“Only Theatre of Pain” is the first studio album by American goth band Christian Death. This album is exactly what I would imagine as the backdrop for a Poppy Z. Brite or Anne Rice novel, something vampiric and sensual and darkly romantic.
Released through Frontier records on March 24, 1982, the 16-track album is 52 minutes of pure gothic insanity.
For individuals interested in getting into goth music or for those simply curious as to what “goth” sounds like, “Only Theatre of Pain” is by far one of the most archetypically goth albums I can recommend.
The album smacks of classic goth aesthetics, with invocations of magic, blood and allusions to religious texts and the works of Poe. Each track is its own story, united under a cowl of enigmatic mystique.
It’s a riveting experience.
The album’s opening track, “Cavity – First Communion” starts with foreboding church bells and a swell of drums and guitar.
The melody is warm and vaporous like incense smoke, the trilling guitar at times echoing the cries of a church choir. Vocalist Rozz Williams falls in with his distinctive voice, both raspy and insouciant, and weaves together a tapestry of dark poetry.
Let’s skirt the issue of discipline“Cavity – First Communion,” Christian Death
Let’s start an illusion
With hand and pen
Re-read the words and start again
Accept the gift of sin
The gift of …
Following this song is “Figurative Theatre,” one of Christian Death’s most popular tracks.
The song opens with with immediate energy. The rolling guitar slant is classic. Every time I hear it, I know exactly what’s coming next, and that’s the brilliance of Rozz Williams’s penchant for extended metaphor. This brilliance pervades throughout the rest of the album.
Breath ballet prancers spin on porcelain backbones
A child’s muddled cry turns into hilarity
Ungracious freeloaders leave their dead on a doorstep
Flowers of doom all bloom in prosperity
Their razor sharp tongues invite to relax“Figurative Theatre,” Christian Death
As they slip the skin on your eyelids back
Invasive spectators get into the act
With roses and candles, silver knives and spoons
With silver knives and spoons
What I most admire about Christian Death is the way lyrics are translated through the mechanism of Rozz Williams.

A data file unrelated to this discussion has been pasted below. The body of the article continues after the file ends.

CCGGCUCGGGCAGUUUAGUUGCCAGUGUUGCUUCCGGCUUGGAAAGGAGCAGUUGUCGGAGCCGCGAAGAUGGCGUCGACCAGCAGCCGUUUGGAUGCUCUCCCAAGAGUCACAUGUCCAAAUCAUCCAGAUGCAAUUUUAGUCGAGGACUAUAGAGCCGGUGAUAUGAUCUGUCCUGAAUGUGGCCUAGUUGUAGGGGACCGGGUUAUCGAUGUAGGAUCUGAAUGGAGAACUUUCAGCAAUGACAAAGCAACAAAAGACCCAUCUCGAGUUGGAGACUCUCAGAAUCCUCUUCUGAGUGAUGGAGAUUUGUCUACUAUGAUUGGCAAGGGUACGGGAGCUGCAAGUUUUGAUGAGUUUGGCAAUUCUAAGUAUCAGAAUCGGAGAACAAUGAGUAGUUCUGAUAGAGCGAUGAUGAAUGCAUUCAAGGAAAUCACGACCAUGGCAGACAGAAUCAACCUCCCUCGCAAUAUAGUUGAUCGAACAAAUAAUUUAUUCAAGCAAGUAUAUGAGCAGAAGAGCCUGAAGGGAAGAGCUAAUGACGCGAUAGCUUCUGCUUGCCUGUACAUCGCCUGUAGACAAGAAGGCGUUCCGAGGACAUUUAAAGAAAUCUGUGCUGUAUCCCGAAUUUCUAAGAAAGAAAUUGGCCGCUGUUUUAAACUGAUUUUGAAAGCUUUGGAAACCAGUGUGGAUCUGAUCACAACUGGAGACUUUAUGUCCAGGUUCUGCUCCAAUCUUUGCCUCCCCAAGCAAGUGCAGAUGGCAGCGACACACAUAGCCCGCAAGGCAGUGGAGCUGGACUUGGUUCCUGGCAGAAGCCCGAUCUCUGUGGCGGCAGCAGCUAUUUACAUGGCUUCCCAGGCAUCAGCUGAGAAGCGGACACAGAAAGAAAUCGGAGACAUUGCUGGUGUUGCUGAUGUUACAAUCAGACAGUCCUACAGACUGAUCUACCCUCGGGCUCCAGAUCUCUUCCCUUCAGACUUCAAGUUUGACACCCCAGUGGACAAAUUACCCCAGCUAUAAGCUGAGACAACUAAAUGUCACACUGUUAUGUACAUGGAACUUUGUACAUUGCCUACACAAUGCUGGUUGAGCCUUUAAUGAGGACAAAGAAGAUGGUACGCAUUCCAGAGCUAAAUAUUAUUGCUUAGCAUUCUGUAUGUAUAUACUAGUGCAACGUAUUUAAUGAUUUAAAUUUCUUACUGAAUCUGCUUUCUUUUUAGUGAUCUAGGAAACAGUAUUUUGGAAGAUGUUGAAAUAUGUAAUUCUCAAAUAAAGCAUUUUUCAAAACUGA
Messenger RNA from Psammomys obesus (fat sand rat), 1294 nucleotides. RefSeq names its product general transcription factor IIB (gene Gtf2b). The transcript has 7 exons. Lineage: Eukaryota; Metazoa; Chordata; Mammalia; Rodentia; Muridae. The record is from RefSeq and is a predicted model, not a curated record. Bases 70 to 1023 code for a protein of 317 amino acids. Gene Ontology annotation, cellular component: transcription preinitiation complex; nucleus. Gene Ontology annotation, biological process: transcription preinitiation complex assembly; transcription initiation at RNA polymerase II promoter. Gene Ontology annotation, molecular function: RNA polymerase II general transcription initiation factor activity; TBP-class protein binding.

His lyrics are intentionally abstract, blending imagery both horrific and holy to illustrate an ambiguous picture. When paired with his irreverent voice, otherwise grotesque concepts become dramatic and theatrical.
The album’s tenth track, “Prayer,” is a sort of intermission — largely instrumental and avant garde (reminiscent of the sounds of Williams’s Shadow Project) — that ushers in the following (bonus) track, “Deathwish,” and its melancholic nihilism.
I see the end, I see the end“Deathwish,” Christian Death
Well it was open so I crawled inside
And someone up ahead was crying
Well someone up ahead was dying
Lost in the darkness, lost in today…
Another notable track, “Desperate Hell,” opens with an eerie harmony of ghostly wails, drums and guitar. Williams’s quavering voice enters before the melody becomes manic and straight-up dastardly as the song’s speaker is dragged into eternal damnation.
For fans of the esoteric and occasionally inscrutable, “Only Theatre of Pain” is a valuable resource.
From start to finish, the album is a journey. Perhaps even a horror, with the lurid and the beautiful posed side-by-side. Rozz Williams does not tell the listener what to think, but rather creates a vivid picture to do so for him.
Through the progression of abstract concepts, Williams tells a convoluted tale of perversion and devotion and subversion.
Every time I listen to the album, I notice something different. The album is so multitudinous, both in its lyrical construction and experimental sound design, that there seems to always be something new to notice.
- “Cavity – First Communion”
- “Desperate Hell”
- “Spiritual Cramp”